Odysseus Unfound


“Luminous Ithaca is my home. Its mountain, leaf-fluttering Neriton, is visible from afar.
Lying near Ithaca are its sister islands, Doulichion, Same and forested Zakynthos.
Ithaca herself lies low, closest to the sea, facing dusk, while the others look out to dawn and the rising sun.
It is a harsh environment, but produces fine men.”

Thus Odysseus described his island home. Or so we think. Academics have never agreed on how exactly to translate the passage above and there is no consensus as to whether modern-day Ithaca was, in fact, Odysseus’ home.

The German archaeologist, H. Schliemann, achieved relative fame for his tireless excavations on Ithaca. He unearthed numerous archaeological treasures bearing Mycenaean Greek depictions of and inscriptions alluding to the great hero, all of which convinced him of two things: first, Odysseus hailed from modern-day Ithaca; second, Odysseus was a real person, not merely a Homeric invention.

And yet…

William Dörpfeld, who had started his career as an assistant to Schliemann, had a different theory. For him, Homer’s hero was a native of Lefkada. Dörpfeld’s hypothesis was based on his study of the Odyssey, with particular reference to the verses in which the shipwrecked Odysseus describes his beloved homeland to Alkinous, the King of the Phaeacians. Dörpfeld began excavating on Lefkada in 1900 and continued until 1910, during which time his discoveries, ideas and opinions caused something of a schism in the world of archaeology. In 1927,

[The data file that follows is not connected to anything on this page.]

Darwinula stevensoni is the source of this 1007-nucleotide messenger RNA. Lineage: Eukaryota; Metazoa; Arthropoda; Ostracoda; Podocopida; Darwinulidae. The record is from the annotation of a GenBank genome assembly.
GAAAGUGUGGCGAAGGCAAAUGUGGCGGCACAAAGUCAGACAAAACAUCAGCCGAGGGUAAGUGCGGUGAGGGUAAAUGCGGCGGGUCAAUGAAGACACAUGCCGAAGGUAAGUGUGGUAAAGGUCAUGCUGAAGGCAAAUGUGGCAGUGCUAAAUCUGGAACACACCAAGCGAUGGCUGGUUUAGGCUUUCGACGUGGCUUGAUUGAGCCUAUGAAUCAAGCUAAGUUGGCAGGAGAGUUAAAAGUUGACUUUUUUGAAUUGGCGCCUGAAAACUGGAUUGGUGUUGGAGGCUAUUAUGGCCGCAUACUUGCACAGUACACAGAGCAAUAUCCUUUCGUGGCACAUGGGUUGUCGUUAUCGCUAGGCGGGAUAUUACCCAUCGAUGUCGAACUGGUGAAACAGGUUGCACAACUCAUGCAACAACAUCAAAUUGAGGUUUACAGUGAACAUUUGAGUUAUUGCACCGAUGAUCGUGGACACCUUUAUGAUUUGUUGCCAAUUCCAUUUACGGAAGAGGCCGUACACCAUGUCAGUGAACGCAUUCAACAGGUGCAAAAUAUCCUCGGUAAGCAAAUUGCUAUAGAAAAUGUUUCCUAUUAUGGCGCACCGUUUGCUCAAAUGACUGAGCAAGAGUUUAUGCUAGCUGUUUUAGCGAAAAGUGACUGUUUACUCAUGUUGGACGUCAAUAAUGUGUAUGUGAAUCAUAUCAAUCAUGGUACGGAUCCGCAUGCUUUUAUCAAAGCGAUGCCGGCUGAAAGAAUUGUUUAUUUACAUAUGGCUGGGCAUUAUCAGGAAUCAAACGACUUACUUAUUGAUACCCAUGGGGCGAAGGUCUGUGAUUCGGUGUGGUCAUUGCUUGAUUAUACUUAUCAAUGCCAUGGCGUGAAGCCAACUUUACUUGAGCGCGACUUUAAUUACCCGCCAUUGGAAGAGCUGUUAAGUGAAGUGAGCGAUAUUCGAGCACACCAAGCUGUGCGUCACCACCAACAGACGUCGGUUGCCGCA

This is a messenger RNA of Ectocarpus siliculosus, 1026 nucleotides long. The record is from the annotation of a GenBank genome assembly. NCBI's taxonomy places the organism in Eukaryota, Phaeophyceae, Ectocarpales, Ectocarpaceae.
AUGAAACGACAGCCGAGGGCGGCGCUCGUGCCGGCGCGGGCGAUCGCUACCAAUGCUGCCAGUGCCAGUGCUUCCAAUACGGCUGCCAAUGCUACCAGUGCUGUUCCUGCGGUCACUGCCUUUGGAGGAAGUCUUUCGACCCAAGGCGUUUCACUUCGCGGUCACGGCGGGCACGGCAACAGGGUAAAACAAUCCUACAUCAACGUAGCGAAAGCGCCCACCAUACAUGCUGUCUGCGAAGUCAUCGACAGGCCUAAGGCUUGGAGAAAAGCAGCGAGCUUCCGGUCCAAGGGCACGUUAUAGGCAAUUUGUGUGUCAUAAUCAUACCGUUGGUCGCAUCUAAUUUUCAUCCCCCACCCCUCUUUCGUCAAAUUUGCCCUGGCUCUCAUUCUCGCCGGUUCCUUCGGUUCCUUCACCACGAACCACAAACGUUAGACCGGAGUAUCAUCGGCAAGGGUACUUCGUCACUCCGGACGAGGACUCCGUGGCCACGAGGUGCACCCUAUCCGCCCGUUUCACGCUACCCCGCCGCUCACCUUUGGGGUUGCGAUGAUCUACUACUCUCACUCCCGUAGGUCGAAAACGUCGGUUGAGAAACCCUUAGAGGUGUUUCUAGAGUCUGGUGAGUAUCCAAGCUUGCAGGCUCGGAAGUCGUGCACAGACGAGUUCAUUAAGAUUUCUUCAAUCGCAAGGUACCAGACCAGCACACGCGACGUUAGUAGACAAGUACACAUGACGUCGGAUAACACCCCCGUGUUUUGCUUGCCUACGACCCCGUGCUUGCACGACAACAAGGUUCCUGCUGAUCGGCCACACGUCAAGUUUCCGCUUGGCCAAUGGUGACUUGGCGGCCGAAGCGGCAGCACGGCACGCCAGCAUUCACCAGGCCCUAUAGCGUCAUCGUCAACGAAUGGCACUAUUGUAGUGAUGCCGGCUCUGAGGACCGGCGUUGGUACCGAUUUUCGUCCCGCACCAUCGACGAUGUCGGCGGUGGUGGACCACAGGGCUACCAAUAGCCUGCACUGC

he published a summary of his theories, though there was still no absolute proof that King Odysseus was a native of Lefkada.

But then again…

Captain Corelli might be most associated with Cephalonia in the modern imagination, but according to some, the most enduring literary character in the island’s multi-millennial history is in fact Odysseus. “But what about Ithaca and Lefkada?”, you might ask. Well, many experts believe that Odysseus’ description of his home island (see the opening quote) doesn’t tally with the actual geographical position or topography of Ithaca. In his 2005 book, Odysseus Unbound, Robert Bittlestone argues that Cephalonia’s northern Paliki peninsula is a much closer match to Homer’s Ithaca than the Ithaca we know today. The narrow strip of land connecting the peninsula to the main body of Cephalonia, says Bittlestone, was once submerged, meaning that in Homer’s times Paliki had been an island in its own right. Geological surveys support this theory, demonstrating that a series of earthquakes later caused tectonic uplift of the seabed, effectively raising it above sea level until the two islands were linked.

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